Friday, April 01, 2016

This Day In Clarkland...Deflector Spike Spin Writ Large.


If you want to know why the average British Columbian who doesn't have time to pay attention 24/7 doesn't know who to vote for based on actual party and/or candidate positions, you need look no further than how the local proMedia has covered this week's 'secret political fundraising' story.

And this problem was clearly illustrated by Stephen Quinn's CBC Early Edition interview with Justine Hunter of the Globe and Les Leyne of the VTC this morning (starts at the 2hr 16 min mark).

First, the background....Which is that the governing BC Liberals have been holding multiple super-secret, super high-priced influence peddling fests....errrr...'get togethers' wherein big donors can buy exclusive inside access to ministers and/or our fine premier. Of course the flipside of this background coinage is that John Horgan was at a similar get together in Toronto this week.

So, what did the world-weary Lotuslandian pundits have to say about all of this on one of the most reasonable radio programs in the province this morning?

They told us that, in reality, this is just the way things have always been and always will be unless things change dramatically.

But, in the meantime they also told us, our fine premier has thrown her latest shiny deflector spike spin bauble into the ring for the proMedia to tussle over.

And what does that shiny bauble say?

Well, it turns out that our fine Premier will maybe kinda/sorta/perhaps introduce some kind of real-time reporting of all the mega-dollars raised at all those super-up-close-and-personal insider-accessible get togethers (that will just keep on keepin' on in perpetuity).


What's missing from all of this?


Nowhere  in Ms. Hunter and Mr. Leyne's discussion with Mr. Quinn did the folks listening at home hear any mention of the fact that the BCNDP has previously tabled legislation to end this practice completely (both from corporate and union donors) and that they have announced that they plan to do so again next week.


To be fair, Ms. Hunter did mention the Dippers' attempts to deal with this legislatively in her Globe piece today. However, again, there was no mention of the fact that the Dippers' legislation, if enacted, would actually stop this practice dead in its tracks while what Ms. Clark is suggesting would do ABSOLUTELY NOTHING to stop it...All of this is rather ironic given that the entire front end of the Leyne/Hunter discussion with Quinn this morning dealt with how BC now has the lowest minimum wage in Canada without once mentioning all of the  shiny BCL gov't baubles that have been thrown into the Lotuslandian proMedia maw over the past few months pretending that she and her government have actually done something about the problem while they actually did nothing...And that is the real issue here - nothing that Ms. Clark ever says or does is actually designed to do anything real. Instead, it is all designed to deal with what is politically expedient and/or good PR in the moment only.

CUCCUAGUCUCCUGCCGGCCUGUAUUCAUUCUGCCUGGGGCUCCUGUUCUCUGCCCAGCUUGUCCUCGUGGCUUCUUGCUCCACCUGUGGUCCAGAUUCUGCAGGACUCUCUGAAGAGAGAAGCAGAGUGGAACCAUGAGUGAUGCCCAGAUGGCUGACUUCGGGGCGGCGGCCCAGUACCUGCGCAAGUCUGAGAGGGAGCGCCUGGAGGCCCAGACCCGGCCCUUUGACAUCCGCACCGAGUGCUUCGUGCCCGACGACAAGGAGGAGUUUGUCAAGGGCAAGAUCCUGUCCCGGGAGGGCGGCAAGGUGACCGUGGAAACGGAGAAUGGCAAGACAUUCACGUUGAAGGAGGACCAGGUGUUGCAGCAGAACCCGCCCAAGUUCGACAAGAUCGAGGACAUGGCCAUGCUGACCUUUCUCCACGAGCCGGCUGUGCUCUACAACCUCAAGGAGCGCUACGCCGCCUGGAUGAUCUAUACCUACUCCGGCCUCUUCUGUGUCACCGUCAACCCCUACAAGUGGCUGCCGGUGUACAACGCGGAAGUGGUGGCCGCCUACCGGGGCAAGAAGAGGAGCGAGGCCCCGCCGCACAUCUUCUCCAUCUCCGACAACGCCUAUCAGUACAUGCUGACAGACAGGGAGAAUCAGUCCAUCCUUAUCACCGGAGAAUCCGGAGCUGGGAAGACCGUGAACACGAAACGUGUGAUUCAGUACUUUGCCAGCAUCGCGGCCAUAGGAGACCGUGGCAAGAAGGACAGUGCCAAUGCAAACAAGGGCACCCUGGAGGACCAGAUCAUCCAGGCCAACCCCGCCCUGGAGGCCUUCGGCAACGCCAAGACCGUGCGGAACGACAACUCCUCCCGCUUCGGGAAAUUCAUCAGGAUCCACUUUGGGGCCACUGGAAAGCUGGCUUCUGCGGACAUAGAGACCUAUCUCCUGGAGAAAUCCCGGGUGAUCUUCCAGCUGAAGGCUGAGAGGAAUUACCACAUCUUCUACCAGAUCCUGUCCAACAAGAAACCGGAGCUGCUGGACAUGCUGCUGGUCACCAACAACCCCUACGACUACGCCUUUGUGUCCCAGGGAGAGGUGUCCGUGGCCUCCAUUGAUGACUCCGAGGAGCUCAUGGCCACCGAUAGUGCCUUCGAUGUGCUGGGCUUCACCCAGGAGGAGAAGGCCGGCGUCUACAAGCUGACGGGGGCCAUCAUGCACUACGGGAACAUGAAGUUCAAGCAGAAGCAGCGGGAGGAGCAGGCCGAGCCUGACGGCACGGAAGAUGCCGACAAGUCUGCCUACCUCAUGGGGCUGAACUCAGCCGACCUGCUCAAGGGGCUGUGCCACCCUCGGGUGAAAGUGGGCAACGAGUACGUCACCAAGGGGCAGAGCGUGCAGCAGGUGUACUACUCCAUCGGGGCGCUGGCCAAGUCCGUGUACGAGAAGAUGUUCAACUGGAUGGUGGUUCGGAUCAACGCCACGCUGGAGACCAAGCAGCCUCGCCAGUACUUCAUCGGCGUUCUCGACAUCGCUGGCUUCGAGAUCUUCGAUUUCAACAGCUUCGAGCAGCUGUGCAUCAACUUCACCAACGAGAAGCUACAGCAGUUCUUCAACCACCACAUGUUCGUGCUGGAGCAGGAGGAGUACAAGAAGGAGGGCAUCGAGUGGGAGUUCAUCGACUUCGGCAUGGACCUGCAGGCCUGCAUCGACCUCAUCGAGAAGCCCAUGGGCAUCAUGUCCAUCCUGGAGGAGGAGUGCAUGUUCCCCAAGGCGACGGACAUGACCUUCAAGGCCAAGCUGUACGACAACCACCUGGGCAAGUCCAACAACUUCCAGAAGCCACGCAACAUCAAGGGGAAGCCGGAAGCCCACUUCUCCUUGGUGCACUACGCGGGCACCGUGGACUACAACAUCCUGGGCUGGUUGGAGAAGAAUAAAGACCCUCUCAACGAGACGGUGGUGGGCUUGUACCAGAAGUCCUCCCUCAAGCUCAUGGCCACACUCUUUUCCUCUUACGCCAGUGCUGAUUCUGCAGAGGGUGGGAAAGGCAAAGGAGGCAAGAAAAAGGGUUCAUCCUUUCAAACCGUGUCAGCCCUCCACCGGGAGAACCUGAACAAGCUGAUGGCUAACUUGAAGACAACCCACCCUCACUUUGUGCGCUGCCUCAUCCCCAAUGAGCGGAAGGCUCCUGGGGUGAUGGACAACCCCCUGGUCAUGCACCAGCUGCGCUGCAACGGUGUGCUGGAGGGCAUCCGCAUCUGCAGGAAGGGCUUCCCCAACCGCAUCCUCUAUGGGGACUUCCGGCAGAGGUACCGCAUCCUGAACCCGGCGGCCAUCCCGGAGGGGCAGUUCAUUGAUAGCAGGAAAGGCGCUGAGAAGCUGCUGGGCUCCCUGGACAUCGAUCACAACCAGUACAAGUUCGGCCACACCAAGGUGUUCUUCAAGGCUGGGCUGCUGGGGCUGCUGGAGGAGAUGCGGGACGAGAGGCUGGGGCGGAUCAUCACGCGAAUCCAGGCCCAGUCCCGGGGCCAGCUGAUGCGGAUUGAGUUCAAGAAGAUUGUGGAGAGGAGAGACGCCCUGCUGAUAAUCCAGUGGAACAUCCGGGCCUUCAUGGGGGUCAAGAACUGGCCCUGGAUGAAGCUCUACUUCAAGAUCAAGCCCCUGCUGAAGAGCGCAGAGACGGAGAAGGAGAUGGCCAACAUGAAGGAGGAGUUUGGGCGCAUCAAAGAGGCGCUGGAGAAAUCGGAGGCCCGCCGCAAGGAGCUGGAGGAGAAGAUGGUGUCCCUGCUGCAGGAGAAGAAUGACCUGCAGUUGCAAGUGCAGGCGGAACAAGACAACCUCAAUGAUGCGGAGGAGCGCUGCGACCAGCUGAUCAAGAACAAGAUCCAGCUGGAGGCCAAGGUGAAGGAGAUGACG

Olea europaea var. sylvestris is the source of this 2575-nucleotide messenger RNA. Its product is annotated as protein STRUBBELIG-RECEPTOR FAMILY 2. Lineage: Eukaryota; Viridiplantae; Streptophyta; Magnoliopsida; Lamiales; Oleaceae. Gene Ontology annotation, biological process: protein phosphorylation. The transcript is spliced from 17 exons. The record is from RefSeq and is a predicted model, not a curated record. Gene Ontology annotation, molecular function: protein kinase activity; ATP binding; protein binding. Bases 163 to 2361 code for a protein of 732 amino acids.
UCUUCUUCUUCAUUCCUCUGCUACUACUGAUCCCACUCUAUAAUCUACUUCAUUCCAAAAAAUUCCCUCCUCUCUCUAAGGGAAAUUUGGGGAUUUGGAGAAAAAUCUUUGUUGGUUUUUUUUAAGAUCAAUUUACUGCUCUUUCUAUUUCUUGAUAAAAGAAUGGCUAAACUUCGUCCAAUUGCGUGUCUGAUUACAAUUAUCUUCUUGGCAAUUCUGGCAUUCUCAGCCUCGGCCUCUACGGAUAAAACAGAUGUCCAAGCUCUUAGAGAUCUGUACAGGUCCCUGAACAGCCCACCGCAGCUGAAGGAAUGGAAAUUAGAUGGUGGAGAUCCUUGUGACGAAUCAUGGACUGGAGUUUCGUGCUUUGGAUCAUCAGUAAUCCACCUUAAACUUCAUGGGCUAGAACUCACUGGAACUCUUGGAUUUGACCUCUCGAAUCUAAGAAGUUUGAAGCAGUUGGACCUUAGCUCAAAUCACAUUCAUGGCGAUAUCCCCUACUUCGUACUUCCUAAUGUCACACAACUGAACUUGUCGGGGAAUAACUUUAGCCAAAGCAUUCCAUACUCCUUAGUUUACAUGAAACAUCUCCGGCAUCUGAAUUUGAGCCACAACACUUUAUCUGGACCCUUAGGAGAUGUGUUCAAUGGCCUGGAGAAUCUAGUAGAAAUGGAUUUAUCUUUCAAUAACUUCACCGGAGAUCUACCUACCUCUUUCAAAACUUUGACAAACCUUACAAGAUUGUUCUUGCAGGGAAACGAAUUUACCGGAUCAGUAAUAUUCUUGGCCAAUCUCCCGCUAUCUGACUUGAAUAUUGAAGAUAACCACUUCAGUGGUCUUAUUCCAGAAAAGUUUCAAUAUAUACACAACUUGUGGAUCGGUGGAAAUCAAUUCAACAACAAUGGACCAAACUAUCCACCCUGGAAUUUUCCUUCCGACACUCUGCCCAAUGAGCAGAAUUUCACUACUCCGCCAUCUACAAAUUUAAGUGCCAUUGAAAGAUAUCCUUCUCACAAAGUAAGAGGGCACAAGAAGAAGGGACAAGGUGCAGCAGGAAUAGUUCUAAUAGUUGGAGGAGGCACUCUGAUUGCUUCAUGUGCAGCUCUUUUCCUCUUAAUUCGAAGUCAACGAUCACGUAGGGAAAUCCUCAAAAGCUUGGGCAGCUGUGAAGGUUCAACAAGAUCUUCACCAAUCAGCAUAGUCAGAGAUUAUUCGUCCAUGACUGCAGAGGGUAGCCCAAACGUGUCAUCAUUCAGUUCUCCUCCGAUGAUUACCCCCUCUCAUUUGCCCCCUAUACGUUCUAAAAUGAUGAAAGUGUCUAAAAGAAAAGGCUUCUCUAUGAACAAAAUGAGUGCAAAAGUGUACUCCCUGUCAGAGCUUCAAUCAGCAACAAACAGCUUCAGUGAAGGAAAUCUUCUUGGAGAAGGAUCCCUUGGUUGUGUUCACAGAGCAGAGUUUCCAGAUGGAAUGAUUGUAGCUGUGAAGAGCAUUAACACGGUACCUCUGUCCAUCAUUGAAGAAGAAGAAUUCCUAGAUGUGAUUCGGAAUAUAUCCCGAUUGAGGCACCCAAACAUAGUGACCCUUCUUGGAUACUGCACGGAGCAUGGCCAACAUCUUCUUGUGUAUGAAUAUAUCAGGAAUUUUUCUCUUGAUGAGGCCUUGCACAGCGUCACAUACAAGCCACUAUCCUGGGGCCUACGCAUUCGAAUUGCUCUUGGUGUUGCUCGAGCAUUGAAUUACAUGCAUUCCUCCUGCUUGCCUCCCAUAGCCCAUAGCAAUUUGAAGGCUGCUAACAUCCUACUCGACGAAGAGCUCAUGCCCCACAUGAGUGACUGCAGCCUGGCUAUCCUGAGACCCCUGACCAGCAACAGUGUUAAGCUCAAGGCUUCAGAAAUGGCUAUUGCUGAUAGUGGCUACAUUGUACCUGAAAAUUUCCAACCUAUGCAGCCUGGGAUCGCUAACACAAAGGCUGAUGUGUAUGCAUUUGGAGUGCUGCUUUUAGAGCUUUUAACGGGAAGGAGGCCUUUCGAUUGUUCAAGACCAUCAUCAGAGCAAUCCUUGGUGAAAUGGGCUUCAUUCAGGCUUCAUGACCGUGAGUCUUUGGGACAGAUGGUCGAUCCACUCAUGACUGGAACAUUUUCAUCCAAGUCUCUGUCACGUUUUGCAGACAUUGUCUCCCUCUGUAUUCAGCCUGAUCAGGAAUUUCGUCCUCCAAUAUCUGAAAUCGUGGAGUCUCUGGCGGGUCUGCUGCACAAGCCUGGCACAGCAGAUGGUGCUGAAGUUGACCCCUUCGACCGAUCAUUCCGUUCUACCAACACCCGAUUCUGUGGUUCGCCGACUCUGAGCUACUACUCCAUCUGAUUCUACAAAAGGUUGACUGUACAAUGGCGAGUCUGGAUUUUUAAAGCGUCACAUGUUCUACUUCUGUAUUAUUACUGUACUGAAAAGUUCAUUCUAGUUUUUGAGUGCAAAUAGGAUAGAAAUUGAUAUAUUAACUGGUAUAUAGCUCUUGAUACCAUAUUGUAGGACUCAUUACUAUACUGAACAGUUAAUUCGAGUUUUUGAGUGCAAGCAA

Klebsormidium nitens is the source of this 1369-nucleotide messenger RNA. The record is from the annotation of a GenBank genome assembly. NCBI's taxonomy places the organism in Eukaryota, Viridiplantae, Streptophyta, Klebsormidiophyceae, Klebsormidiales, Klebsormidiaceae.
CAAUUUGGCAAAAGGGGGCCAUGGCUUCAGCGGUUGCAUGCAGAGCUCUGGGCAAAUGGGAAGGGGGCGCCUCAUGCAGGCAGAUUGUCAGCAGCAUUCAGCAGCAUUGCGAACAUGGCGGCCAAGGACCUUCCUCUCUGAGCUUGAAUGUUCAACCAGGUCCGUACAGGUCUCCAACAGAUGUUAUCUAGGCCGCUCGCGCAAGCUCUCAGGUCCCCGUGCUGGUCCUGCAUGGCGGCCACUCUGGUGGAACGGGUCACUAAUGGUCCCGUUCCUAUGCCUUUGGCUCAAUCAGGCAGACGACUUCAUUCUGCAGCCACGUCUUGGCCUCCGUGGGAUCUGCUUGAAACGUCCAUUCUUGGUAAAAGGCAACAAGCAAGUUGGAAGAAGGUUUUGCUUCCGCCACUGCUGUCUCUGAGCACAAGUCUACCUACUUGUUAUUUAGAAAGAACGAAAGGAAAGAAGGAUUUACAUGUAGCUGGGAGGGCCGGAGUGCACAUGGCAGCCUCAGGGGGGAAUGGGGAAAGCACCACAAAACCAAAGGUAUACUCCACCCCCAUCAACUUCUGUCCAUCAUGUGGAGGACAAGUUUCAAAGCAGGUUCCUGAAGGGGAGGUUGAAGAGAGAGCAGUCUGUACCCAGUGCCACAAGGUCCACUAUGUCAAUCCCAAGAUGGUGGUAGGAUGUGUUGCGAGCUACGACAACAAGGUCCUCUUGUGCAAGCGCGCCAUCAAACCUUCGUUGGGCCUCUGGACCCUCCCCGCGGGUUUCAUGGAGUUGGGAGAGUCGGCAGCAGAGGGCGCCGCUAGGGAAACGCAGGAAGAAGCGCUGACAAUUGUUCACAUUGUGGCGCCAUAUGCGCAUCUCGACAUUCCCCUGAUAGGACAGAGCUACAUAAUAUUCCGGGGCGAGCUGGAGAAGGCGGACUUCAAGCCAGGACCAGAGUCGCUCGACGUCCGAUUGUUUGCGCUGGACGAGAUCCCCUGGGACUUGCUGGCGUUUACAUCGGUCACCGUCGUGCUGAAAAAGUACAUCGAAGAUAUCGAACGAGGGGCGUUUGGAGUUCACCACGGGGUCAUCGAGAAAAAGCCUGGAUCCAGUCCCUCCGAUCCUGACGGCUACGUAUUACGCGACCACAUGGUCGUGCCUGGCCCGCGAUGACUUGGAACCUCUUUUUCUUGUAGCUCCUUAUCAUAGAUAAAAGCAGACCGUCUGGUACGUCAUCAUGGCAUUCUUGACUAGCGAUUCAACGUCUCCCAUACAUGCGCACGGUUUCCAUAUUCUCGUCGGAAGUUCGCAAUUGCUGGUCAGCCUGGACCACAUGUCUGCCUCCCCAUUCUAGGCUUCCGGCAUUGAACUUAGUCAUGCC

And, for the record....Overall I much prefer hearing Mr. Quinn on the radio in the morning (in fact, I only tune-in to the MoCo in the morning when I know, in advance, that Quinn, and not the Cluffmaster Flash, will be there) but I think he flat out dropped the ball on this one.



Chuckstraight said...

One has to wonder what it is like to live in Christy Clark`s world. She came to Kelowna to announce a program re: invasive mussels, but never any mention of the poor slobs that had their jobs privatized, and apparently had some secret meetings for cash with "someone".
I, for one don`t want to know when the donations arrive, I want to see the end of corporate and union donations to political parties. I suspect the BC Liberals are scared shiteless of such a thing, as it would end their main source of finance.
I am also a union member.
As always, keep up the good work you do RossK.

J MacDuff said...

Ross, thanks for keeping this going and adding some truth to it. Les Leyne has been a real poster boy lately. I wrote him a missive on the ""CC ditched the HST". Sure, after spending 10 million dollars of our money fighting for it.
I can only presume that the "political" repeater are handed their story line and contents, then allowed to make it look good. Must be an unrewarding way to make a living. Shameful all round.

Anonymous said...

It seems after some very serious investigation and clearing all the legal ramifications and no doubt sleepless nights or mornings with no breakfast because you're knee deep into a Webster award type breaking news story.... the king of BC media Vaughn Palmer has finally come out with his piece on buying government with.... wait for it...... an depth story featuring how the NDP are guilty of such influence peddling and then the real news breaker in that same article.... the Premier of BC will solve the shady practice used by the NDP with......... " real time " updates.
Who else in this great big world would of thought of that ? Problem solved..... way to go Christy.

Guy in Victoria

Norm Farrell said...